Hi, Cannot figure out what is the difference between a stop buy/sell and a limit buy/sell. Both appears to be the same to me. Anyone tried Schweser 2008 page 254 question 2? I thought the answer would be ‘any of the above’, it is really up to an individual how they want to strategise their buying or selling right? Confused!!! Ange
the way i see it is that limit orders are set to buy or sell at a better price while stop buy/sell orders are placed to protect your profits. Hope that helps. Just think of a few examples now and see if it helps.
Think of stops as being a trigger, whereas limit is just that, a limit. Example: XYZ is currently trading at $50.00. If you’re looking to sell, say if you’re worried about the price falling below 45 bucks you want to sell it right away, you could have your “stop” set to 45, which would then trigger it to be a market order (so technically it could sell lower/higher than the 45 stop price, because it is only a trigger, afterall.) Taking that a little further, we can introduce a stop loss limit order, remaining with 45 as our trigger, this time, say you want it to be triggered at 45, but you don’t want to sell any shares less than 44.50, this would be your limit. With stop buys its just the opposite. Just remember that a stop is only a trigger, and you’ll be fine.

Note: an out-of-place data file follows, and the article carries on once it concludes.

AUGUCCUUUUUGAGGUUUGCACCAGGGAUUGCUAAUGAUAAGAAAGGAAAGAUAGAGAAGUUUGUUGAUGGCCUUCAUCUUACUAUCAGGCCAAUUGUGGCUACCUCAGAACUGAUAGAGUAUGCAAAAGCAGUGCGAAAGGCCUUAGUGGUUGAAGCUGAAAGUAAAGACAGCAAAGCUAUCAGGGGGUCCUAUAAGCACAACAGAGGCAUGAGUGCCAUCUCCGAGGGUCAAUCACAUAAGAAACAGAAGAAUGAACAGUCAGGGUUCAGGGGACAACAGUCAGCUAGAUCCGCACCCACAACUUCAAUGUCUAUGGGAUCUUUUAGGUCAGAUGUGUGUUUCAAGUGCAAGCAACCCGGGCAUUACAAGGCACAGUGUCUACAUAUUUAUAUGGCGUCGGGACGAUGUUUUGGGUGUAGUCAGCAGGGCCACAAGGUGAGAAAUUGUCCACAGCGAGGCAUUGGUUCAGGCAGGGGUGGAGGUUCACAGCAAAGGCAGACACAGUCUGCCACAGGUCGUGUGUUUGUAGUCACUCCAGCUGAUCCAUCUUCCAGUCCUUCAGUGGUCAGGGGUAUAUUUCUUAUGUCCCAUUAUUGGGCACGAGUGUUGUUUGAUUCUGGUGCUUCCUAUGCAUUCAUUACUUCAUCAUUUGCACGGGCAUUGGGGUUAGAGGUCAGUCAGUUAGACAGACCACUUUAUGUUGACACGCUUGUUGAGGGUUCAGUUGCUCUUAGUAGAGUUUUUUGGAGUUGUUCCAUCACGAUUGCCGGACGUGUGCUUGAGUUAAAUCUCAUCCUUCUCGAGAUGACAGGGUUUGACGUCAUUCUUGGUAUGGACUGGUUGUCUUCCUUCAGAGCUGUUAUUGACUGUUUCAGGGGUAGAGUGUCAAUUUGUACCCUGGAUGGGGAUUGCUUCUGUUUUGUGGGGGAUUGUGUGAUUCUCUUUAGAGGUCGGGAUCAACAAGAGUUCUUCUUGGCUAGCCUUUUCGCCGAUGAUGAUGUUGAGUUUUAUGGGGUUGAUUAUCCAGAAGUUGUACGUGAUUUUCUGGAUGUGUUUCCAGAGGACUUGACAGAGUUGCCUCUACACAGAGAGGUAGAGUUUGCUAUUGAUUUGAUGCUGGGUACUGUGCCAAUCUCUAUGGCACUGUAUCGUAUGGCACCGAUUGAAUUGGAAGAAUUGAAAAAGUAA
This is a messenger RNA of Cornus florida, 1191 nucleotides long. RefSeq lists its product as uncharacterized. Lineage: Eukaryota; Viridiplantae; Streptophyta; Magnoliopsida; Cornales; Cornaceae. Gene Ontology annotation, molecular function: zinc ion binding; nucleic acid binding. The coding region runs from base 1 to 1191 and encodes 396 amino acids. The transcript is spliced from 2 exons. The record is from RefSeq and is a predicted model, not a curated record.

Somwhatdamaged said it well. A stop order is a trigger (think of the name “stop loss”). The price is placed below the market when you are long (stop yourself out when the market dives) and above the market when you’re short (stop yourself out when the market goes up). When the stop price is triggered, a market order is sent to either buy or sell your stock. If it’s a stop limit, a limit order is sent out instead. Stops are popular in technical analysis as they come in handy when you want to buy a stock if it breaks out above resistance, or sell/short a stock when it breaks below support. Limits can be translated to “at that price or better.” In other words, if it’s a buy limit, you will pay that price or lower–and it’s usually placed below the market when you enter the order. If it’s a sell limit, you will only accept that price or higher–typically placed above the market. When I studied for the series 7, there was a mnemonic we used: Above market: OSLOBS (Open Sell Limit, Open Buy Stop) Below market: OBLOSS (Open Buy Limit, Open Sell Stop)
if Euro futures contract is currently trading at 1.5575 and you want to buy it, you have a few options. You can either buy at market - at the lowest offer, or you can buy on a limit (you think prices will go up but you’d like to get a better price, say buy on a limit at 1.5550) or you can buy on a stop (say 1.5590 - if markets go up and hit that level an automatic market order will be initiated - stop orders are used when you want to see a confirmation that markets will go up)
Dear All, Sorry I didn’t know the people in this forum are so helpful! The guidance provided are very useful… a stop is only a trigger! Thanks!!! Ange